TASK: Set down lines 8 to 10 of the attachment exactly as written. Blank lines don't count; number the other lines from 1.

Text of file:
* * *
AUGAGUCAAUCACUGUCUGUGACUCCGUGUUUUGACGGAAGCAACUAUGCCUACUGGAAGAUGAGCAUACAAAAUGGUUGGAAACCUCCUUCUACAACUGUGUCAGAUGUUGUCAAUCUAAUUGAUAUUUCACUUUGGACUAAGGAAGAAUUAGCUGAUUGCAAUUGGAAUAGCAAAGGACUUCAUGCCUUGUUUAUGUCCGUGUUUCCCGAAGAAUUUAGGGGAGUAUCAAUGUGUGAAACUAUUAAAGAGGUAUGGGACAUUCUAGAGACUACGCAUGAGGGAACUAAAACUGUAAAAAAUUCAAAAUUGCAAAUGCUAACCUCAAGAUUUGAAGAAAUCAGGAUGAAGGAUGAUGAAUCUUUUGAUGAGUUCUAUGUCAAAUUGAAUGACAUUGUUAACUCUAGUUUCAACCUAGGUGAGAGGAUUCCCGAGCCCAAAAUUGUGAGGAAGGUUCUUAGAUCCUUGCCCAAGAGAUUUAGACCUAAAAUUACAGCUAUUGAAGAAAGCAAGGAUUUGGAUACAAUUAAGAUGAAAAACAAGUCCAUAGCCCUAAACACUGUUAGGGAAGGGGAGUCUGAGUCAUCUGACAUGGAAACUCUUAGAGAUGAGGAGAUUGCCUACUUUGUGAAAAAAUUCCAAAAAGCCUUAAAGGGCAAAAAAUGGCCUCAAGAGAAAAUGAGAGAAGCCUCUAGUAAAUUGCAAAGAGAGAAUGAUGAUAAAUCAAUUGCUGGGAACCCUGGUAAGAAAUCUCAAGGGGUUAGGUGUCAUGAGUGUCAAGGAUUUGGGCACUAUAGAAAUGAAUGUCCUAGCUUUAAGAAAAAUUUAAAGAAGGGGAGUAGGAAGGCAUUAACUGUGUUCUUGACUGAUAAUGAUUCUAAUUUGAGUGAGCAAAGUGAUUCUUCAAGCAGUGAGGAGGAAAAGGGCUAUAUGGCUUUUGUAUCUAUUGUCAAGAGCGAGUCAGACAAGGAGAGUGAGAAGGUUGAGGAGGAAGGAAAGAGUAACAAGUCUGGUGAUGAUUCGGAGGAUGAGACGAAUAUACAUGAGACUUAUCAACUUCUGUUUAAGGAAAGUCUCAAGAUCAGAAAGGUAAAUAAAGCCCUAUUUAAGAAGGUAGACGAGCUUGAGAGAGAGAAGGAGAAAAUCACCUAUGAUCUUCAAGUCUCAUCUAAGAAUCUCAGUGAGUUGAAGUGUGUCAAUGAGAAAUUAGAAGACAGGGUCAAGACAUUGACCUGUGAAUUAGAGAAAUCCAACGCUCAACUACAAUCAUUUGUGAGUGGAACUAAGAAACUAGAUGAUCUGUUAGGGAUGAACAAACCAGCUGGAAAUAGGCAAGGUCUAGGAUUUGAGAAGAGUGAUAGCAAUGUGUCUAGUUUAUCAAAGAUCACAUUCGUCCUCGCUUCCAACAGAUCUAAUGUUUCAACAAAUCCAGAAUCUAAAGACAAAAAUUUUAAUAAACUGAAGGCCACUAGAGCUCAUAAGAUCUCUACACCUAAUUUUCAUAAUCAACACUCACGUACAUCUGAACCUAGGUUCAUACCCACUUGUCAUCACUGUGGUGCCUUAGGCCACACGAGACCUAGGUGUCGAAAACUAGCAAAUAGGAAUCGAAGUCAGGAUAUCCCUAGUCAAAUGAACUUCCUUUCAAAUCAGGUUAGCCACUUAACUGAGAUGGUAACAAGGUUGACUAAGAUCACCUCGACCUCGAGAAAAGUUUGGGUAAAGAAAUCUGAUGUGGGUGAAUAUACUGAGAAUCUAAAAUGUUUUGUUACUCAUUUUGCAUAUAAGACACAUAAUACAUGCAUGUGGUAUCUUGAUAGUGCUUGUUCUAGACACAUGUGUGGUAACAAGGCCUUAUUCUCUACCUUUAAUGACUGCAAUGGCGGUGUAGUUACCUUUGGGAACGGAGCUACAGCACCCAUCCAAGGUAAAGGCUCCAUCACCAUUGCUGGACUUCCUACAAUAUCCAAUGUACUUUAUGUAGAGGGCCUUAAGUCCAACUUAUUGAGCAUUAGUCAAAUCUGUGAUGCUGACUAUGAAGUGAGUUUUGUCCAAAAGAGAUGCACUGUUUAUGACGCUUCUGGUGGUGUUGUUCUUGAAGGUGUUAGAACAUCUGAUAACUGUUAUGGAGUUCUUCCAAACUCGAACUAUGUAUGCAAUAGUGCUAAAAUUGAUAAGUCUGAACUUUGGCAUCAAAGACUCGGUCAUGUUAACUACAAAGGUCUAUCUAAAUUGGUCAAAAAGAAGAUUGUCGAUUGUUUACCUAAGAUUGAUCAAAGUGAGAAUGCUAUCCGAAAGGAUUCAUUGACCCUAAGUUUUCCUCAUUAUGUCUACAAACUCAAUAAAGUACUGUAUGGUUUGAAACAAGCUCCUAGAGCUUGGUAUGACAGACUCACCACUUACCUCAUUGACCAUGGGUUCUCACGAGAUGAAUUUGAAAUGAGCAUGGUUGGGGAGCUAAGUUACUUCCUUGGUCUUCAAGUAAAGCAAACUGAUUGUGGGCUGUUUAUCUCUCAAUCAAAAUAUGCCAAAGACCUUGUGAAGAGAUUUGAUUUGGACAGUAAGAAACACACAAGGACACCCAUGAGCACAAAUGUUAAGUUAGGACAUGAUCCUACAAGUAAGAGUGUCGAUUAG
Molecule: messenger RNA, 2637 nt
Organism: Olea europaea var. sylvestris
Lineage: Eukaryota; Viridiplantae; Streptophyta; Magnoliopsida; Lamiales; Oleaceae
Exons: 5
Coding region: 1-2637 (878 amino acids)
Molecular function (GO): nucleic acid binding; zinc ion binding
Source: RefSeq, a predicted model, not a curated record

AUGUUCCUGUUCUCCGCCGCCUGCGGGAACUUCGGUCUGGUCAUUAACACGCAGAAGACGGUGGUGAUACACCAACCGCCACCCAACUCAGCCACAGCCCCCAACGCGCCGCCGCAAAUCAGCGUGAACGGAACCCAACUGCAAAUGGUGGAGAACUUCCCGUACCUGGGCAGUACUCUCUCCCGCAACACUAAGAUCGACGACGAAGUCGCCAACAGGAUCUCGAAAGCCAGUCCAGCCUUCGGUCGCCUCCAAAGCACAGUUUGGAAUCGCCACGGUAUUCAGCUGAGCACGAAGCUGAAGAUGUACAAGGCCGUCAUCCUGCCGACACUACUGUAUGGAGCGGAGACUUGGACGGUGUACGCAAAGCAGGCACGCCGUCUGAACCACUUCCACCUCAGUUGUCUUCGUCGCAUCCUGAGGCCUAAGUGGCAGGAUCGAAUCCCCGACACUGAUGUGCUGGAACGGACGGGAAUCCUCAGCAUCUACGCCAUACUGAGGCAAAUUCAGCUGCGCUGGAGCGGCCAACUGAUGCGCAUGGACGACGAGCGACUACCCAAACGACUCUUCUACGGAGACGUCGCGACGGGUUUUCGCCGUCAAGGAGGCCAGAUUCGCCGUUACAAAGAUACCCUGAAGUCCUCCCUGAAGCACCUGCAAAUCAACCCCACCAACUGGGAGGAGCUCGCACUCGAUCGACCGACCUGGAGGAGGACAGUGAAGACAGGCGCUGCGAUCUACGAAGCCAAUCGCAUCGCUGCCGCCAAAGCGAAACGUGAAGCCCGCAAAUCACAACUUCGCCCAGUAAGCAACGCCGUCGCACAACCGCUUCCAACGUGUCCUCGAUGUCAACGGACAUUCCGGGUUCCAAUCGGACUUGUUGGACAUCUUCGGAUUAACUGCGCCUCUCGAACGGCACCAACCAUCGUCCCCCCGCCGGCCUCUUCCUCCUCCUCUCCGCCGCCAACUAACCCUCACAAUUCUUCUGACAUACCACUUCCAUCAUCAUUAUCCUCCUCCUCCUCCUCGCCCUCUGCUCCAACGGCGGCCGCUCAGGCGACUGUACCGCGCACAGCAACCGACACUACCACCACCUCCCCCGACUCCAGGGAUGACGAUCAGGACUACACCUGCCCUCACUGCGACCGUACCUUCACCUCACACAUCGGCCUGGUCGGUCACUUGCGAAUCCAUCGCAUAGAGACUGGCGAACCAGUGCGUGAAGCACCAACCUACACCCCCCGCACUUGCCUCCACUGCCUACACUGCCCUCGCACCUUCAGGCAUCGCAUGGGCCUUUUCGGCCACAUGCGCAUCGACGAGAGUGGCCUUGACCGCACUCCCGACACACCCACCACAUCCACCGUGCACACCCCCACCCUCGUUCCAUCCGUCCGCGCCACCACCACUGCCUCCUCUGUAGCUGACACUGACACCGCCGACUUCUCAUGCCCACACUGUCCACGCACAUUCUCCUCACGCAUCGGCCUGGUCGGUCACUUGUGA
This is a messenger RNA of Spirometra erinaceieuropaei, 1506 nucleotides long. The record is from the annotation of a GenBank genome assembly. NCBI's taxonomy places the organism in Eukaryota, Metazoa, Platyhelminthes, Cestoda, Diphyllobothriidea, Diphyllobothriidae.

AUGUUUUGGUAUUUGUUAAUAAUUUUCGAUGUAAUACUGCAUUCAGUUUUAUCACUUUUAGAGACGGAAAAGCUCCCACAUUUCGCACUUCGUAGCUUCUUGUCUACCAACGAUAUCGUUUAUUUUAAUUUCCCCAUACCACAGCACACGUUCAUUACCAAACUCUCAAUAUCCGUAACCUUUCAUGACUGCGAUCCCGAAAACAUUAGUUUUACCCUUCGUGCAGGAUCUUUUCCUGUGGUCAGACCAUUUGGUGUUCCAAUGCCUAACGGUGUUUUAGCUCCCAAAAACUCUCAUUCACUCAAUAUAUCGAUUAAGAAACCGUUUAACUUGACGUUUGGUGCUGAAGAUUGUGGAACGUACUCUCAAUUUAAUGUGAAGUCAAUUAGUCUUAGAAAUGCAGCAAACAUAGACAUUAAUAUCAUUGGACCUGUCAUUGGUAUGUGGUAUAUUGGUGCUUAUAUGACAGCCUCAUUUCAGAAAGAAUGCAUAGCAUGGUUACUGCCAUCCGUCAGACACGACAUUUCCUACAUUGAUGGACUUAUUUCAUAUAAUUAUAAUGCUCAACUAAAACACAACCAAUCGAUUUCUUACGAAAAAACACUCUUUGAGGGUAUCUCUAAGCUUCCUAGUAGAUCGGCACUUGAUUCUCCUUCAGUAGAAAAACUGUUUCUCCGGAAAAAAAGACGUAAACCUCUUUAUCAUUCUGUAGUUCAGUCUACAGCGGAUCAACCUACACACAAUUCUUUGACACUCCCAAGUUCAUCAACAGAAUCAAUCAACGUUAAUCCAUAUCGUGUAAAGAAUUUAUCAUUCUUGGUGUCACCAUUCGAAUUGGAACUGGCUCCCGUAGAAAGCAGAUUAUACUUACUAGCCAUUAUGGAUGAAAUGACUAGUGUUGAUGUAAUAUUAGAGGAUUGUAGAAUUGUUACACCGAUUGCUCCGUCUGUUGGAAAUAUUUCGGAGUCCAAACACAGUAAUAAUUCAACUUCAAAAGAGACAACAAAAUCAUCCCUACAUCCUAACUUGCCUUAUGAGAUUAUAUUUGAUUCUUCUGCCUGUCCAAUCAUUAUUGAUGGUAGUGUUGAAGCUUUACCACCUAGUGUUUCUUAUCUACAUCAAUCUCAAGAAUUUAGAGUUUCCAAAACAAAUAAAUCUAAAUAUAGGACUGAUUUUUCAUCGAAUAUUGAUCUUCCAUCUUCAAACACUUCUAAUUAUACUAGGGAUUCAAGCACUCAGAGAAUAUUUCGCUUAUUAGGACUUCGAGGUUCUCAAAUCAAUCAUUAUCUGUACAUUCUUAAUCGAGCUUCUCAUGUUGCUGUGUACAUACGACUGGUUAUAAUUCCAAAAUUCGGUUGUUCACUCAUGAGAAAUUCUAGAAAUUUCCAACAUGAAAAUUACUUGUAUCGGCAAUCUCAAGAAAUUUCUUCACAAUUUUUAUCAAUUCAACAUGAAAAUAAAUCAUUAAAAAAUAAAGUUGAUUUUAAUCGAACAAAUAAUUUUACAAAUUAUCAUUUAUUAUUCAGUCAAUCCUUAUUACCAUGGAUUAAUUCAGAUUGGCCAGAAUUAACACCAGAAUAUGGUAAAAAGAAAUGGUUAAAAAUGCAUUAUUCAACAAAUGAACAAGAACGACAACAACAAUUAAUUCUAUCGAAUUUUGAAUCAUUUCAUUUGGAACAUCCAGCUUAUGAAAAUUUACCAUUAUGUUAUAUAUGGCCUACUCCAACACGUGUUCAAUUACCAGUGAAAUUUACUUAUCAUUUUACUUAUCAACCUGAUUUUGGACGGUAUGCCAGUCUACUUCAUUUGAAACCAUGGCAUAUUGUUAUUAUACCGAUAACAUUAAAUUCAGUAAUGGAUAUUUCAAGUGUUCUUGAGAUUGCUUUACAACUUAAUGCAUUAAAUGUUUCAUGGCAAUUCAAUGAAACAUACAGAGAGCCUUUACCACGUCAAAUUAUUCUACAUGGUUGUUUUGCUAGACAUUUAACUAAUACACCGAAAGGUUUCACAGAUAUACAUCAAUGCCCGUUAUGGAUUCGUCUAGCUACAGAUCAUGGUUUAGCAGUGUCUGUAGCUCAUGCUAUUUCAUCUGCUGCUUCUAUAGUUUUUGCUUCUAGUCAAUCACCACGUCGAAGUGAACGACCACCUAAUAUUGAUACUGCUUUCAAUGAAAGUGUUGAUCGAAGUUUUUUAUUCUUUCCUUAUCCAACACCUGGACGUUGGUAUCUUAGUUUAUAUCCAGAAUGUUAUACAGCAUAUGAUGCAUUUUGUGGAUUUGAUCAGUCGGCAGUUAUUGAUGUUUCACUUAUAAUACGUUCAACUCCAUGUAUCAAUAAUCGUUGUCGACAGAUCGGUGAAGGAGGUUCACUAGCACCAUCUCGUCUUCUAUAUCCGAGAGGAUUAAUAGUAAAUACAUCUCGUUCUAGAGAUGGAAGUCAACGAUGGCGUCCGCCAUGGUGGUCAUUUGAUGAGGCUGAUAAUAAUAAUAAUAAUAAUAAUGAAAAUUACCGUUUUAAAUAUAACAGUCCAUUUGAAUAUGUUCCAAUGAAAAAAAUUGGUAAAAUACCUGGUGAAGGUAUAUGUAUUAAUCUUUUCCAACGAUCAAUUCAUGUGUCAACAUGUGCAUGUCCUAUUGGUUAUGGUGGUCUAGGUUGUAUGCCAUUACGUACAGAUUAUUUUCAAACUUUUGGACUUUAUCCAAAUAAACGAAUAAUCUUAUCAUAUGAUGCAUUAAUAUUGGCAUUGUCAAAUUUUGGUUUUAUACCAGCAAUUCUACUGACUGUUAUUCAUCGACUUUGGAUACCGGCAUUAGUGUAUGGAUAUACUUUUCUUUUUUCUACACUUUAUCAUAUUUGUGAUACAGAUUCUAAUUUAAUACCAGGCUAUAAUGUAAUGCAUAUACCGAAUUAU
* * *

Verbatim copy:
Source: RefSeq, a predicted model, not a curated record

AUGUUCCUGUUCUCCGCCGCCUGCGGGAACUUCGGUCUGGUCAUUAACACGCAGAAGACGGUGGUGAUACACCAACCGCCACCCAACUCAGCCACAGCCCCCAACGCGCCGCCGCAAAUCAGCGUGAACGGAACCCAACUGCAAAUGGUGGAGAACUUCCCGUACCUGGGCAGUACUCUCUCCCGCAACACUAAGAUCGACGACGAAGUCGCCAACAGGAUCUCGAAAGCCAGUCCAGCCUUCGGUCGCCUCCAAAGCACAGUUUGGAAUCGCCACGGUAUUCAGCUGAGCACGAAGCUGAAGAUGUACAAGGCCGUCAUCCUGCCGACACUACUGUAUGGAGCGGAGACUUGGACGGUGUACGCAAAGCAGGCACGCCGUCUGAACCACUUCCACCUCAGUUGUCUUCGUCGCAUCCUGAGGCCUAAGUGGCAGGAUCGAAUCCCCGACACUGAUGUGCUGGAACGGACGGGAAUCCUCAGCAUCUACGCCAUACUGAGGCAAAUUCAGCUGCGCUGGAGCGGCCAACUGAUGCGCAUGGACGACGAGCGACUACCCAAACGACUCUUCUACGGAGACGUCGCGACGGGUUUUCGCCGUCAAGGAGGCCAGAUUCGCCGUUACAAAGAUACCCUGAAGUCCUCCCUGAAGCACCUGCAAAUCAACCCCACCAACUGGGAGGAGCUCGCACUCGAUCGACCGACCUGGAGGAGGACAGUGAAGACAGGCGCUGCGAUCUACGAAGCCAAUCGCAUCGCUGCCGCCAAAGCGAAACGUGAAGCCCGCAAAUCACAACUUCGCCCAGUAAGCAACGCCGUCGCACAACCGCUUCCAACGUGUCCUCGAUGUCAACGGACAUUCCGGGUUCCAAUCGGACUUGUUGGACAUCUUCGGAUUAACUGCGCCUCUCGAACGGCACCAACCAUCGUCCCCCCGCCGGCCUCUUCCUCCUCCUCUCCGCCGCCAACUAACCCUCACAAUUCUUCUGACAUACCACUUCCAUCAUCAUUAUCCUCCUCCUCCUCCUCGCCCUCUGCUCCAACGGCGGCCGCUCAGGCGACUGUACCGCGCACAGCAACCGACACUACCACCACCUCCCCCGACUCCAGGGAUGACGAUCAGGACUACACCUGCCCUCACUGCGACCGUACCUUCACCUCACACAUCGGCCUGGUCGGUCACUUGCGAAUCCAUCGCAUAGAGACUGGCGAACCAGUGCGUGAAGCACCAACCUACACCCCCCGCACUUGCCUCCACUGCCUACACUGCCCUCGCACCUUCAGGCAUCGCAUGGGCCUUUUCGGCCACAUGCGCAUCGACGAGAGUGGCCUUGACCGCACUCCCGACACACCCACCACAUCCACCGUGCACACCCCCACCCUCGUUCCAUCCGUCCGCGCCACCACCACUGCCUCCUCUGUAGCUGACACUGACACCGCCGACUUCUCAUGCCCACACUGUCCACGCACAUUCUCCUCACGCAUCGGCCUGGUCGGUCACUUGUGA
This is a messenger RNA of Spirometra erinaceieuropaei, 1506 nucleotides long. The record is from the annotation of a GenBank genome assembly. NCBI's taxonomy places the organism in Eukaryota, Metazoa, Platyhelminthes, Cestoda, Diphyllobothriidea, Diphyllobothriidae.